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LVE Parents' Council

  


 

Student Artist’s Piece Included in Exclusive Exhibit

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Locust Valley High School sophomore Noelle Valdinoto’s artwork was displayed in the 2019 Nassau County High School Student Juried Exhibit at The Art Guild in Manhasset.

Noelle’s work was selected in the juried exhibition, which required original submissions to be in 2D or 3D and created by hand. Her submission was selected and included in the exhibit during the month of November.

Her graphite artwork, “It’s About Time,” is the portrait of 93-year-old female artist Betye Saar. Noelle read an article about the artist, which discussed her pieces made from everyday items focusing on global culture, mysticism, history and racism, in which Saar said it is about time she is earning attention for her work. Noelle was inspired by Saar and spent countless hours ensuring she balanced the implied texture of Saar’s hair and face while still creating contrasting and interesting values.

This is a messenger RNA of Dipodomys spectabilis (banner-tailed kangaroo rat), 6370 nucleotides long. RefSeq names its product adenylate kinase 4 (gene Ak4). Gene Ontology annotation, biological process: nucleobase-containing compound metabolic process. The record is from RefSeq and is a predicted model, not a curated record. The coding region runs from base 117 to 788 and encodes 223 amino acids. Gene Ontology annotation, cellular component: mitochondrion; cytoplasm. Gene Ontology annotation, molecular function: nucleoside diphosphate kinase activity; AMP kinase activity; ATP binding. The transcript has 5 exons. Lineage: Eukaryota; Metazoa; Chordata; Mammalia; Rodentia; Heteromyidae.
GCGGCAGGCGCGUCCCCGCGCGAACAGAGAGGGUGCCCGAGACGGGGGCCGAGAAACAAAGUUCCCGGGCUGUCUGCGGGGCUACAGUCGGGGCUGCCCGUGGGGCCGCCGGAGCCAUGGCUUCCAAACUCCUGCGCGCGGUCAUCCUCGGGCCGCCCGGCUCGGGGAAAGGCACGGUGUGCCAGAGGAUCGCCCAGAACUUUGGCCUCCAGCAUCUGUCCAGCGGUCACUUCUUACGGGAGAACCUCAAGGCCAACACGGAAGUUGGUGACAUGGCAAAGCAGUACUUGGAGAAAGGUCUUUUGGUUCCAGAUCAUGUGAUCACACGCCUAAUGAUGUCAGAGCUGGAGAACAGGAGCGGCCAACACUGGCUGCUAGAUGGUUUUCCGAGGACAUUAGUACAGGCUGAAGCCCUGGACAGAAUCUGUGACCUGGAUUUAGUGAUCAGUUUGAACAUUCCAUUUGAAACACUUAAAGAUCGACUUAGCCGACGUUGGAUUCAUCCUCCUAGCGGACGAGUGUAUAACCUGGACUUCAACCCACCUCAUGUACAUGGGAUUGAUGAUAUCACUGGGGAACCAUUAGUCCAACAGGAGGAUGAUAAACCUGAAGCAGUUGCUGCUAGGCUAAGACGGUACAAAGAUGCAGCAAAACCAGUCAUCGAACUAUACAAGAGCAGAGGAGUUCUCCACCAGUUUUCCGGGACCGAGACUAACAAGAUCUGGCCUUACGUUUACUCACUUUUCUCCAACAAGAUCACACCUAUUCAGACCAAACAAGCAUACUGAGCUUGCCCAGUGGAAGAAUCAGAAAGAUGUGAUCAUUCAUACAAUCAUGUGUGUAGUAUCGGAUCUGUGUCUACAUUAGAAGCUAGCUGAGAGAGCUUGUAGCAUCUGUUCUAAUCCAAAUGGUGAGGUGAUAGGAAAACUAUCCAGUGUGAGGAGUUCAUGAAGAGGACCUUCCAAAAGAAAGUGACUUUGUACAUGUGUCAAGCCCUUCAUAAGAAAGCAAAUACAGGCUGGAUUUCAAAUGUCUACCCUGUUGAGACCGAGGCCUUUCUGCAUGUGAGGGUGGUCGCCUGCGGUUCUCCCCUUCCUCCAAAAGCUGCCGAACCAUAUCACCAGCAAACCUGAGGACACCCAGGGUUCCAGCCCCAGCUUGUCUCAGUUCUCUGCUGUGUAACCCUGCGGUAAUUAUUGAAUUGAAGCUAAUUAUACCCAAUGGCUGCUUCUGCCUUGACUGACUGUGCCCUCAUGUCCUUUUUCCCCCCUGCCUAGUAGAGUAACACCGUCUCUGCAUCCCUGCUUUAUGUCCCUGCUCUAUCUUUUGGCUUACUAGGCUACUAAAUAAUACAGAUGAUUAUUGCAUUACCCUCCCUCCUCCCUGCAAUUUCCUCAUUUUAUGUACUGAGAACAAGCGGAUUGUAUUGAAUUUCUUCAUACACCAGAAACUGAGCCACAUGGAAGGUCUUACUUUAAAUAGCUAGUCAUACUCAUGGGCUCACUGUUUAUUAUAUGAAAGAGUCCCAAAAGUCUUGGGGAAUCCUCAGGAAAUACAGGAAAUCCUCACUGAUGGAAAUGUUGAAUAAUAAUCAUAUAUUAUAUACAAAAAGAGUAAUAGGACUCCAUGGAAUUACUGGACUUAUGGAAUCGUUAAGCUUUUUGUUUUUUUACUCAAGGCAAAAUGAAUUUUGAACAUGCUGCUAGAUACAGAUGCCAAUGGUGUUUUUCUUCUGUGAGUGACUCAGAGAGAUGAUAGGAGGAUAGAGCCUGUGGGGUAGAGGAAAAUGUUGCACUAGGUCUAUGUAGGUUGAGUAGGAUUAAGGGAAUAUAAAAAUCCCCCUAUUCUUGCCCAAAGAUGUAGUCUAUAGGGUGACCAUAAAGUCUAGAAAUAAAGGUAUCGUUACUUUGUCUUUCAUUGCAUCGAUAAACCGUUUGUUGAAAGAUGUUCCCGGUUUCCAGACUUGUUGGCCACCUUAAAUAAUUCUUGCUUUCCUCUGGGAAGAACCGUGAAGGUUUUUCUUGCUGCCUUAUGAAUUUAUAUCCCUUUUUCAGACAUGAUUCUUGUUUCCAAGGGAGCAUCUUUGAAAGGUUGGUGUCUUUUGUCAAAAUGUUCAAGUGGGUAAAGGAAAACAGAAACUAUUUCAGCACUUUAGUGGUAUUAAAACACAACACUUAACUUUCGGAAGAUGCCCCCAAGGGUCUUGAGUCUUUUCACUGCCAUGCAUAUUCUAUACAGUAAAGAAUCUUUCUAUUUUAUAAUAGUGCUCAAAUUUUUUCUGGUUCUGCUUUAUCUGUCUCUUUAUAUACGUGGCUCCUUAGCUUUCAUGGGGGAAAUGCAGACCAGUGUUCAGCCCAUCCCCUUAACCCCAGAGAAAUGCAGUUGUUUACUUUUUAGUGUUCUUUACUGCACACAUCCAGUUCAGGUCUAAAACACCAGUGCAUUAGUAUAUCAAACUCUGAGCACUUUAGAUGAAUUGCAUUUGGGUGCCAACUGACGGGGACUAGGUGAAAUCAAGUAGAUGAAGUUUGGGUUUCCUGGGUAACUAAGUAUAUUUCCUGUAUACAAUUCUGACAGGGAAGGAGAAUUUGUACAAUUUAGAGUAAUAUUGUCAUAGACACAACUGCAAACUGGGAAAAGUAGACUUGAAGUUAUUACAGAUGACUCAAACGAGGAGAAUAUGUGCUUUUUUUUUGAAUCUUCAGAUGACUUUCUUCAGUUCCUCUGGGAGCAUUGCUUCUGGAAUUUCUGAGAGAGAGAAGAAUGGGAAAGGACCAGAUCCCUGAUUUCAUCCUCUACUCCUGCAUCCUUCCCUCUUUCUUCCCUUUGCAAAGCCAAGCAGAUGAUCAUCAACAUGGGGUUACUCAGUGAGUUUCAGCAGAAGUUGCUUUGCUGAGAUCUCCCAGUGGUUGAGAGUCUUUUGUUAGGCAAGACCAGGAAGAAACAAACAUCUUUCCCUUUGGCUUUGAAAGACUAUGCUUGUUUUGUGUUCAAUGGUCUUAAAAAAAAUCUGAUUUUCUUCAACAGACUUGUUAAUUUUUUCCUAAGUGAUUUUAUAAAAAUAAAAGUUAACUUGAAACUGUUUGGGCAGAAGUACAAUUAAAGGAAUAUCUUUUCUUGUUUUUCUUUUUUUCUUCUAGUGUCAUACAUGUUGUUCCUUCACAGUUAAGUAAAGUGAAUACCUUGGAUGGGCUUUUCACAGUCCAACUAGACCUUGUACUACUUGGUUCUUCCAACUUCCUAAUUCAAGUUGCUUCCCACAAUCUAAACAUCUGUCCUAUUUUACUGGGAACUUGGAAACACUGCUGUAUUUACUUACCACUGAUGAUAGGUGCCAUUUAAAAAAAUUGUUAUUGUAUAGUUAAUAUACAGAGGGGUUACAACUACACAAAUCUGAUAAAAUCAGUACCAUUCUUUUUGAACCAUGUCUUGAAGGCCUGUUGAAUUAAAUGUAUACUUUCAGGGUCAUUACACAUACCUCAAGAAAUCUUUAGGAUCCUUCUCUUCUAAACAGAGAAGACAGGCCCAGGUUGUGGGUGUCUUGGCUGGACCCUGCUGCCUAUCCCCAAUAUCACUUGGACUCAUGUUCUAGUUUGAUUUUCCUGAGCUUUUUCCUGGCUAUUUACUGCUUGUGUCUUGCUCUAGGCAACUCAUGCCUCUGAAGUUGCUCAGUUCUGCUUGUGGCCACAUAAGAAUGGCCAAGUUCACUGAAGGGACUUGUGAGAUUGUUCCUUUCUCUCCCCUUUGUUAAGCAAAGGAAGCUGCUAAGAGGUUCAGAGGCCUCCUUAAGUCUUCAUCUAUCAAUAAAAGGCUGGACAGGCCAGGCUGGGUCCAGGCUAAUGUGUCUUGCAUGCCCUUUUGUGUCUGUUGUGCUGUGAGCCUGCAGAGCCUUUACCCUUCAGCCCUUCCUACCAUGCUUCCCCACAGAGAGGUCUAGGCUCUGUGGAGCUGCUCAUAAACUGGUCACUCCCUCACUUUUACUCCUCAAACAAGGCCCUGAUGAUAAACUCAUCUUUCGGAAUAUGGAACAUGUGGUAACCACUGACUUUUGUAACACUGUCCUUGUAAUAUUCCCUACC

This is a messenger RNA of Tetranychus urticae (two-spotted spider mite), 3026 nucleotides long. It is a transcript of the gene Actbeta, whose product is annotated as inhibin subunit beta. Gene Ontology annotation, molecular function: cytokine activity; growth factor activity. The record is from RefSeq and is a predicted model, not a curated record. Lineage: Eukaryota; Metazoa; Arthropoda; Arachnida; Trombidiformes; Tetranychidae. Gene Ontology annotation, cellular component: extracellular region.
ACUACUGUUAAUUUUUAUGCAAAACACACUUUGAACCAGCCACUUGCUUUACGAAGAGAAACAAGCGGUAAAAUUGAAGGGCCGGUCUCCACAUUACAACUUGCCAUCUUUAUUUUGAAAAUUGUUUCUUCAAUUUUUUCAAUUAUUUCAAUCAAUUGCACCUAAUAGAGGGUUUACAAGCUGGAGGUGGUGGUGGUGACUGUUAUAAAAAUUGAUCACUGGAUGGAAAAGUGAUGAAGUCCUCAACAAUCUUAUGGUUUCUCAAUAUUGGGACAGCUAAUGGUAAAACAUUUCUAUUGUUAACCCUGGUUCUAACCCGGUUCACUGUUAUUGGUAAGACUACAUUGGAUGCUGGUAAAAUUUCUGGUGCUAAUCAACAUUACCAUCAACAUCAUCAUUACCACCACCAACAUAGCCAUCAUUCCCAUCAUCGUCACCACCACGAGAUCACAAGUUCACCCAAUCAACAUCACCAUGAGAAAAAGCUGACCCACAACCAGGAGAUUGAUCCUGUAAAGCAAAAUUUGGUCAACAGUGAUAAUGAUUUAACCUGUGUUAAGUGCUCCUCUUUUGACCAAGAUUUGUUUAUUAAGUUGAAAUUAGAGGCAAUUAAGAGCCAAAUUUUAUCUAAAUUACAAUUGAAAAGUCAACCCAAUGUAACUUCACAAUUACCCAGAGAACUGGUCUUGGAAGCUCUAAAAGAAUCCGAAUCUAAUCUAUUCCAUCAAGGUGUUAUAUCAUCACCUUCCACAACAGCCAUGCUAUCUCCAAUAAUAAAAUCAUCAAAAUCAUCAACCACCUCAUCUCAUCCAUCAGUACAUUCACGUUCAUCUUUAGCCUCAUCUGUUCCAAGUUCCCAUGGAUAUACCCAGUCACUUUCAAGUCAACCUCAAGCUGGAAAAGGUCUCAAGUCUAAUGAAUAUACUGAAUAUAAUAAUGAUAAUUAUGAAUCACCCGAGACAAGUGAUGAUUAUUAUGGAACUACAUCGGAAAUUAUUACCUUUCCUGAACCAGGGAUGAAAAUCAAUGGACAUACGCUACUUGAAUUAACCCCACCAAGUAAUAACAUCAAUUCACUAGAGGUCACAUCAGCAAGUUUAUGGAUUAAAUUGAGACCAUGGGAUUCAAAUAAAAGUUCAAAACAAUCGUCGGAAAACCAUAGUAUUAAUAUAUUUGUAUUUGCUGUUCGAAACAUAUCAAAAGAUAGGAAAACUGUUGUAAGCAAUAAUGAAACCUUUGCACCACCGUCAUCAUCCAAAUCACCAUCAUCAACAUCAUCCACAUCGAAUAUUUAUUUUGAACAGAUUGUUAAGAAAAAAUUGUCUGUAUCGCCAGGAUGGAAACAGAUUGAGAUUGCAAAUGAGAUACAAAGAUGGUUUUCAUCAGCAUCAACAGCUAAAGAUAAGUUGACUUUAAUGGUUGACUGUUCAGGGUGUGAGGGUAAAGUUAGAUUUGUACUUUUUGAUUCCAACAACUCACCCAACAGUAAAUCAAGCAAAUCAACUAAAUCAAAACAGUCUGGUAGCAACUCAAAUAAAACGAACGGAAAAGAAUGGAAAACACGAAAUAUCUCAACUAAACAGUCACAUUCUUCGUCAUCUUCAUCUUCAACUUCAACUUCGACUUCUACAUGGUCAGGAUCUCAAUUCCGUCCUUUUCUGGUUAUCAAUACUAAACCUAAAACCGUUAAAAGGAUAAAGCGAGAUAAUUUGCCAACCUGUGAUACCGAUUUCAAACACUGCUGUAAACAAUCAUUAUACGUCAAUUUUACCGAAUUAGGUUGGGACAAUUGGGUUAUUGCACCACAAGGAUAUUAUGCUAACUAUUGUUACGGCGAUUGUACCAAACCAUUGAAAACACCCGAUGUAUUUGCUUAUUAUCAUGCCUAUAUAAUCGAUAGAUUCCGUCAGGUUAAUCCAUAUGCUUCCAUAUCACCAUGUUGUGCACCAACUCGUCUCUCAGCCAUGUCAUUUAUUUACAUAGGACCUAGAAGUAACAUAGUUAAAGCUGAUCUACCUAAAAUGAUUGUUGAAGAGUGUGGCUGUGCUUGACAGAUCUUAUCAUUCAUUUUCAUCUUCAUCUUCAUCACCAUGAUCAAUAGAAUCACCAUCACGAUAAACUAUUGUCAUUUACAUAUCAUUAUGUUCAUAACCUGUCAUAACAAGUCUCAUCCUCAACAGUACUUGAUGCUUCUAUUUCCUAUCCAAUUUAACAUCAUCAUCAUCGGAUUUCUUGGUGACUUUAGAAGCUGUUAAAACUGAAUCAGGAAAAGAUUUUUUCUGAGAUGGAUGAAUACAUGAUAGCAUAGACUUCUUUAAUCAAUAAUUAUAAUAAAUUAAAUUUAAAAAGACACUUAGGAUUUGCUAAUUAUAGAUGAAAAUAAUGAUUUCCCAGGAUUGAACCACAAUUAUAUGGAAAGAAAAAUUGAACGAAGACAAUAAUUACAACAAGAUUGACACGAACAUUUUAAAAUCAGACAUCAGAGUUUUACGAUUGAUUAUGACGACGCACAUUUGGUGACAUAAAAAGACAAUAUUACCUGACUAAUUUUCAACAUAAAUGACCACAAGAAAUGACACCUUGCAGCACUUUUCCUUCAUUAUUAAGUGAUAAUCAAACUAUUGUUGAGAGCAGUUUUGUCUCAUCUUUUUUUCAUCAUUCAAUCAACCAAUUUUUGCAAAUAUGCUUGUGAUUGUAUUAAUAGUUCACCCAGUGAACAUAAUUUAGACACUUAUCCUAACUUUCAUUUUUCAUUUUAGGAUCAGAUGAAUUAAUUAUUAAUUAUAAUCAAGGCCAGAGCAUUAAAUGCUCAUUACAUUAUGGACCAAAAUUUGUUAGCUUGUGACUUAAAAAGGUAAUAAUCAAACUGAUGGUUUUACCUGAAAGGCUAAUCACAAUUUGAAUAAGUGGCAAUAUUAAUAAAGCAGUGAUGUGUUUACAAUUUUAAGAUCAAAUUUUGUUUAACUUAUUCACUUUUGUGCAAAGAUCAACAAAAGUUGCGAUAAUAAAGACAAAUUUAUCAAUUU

“I believe Noelle has a mature thought process and is incredibly talented,” said Locust Valley High School art teacher Melanie Mooney. “She wanted to give Betye Saar the attention that she deserves.”

Noelle said her piece and its title hint to a deeper meaning in Saar’s long journey as an artist.

Congratulations to Noelle on being chosen for inclusion in this exclusive exhibit.

Cultural Diversity Brings Families Together

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Ann MacArthur Primary School was transformed into an international café, complete with delectable dishes and student performances that brought the multipurpose room alive with family traditions.

The Locust Valley Elementary School Parents’ Council sponsored the annual International Food Festival for families to learn about each other’s cultures. Attendees brought dishes from their own cultures to share with others at the potluck dinner, and they ate on placemats decorated by students to represent a variety of countries. Art teacher Dana Ettinger worked with the students to design the placemats, many of which looked like the maps of the countries they represented.

Guests enjoyed watching students show off their skills in traditional dances from their own heritages. Greek, Irish and Sikh Indian dances not only entertained, but also impressed the crowd.   

Students eagerly lined up to get henna tattoos, known as mehndi in India, which are temporary designs that are created with a paste made from the dried leaves of a henna plant. 

The LVEPC worked to make the event inclusive of all the cultures represented within the Locust Valley elementary schools. Principal Dr. Sophia Gary said the International Food Festival brought the community together. 

“It was a beautiful night celebrating each other and learning about our differences and similarities,” she said.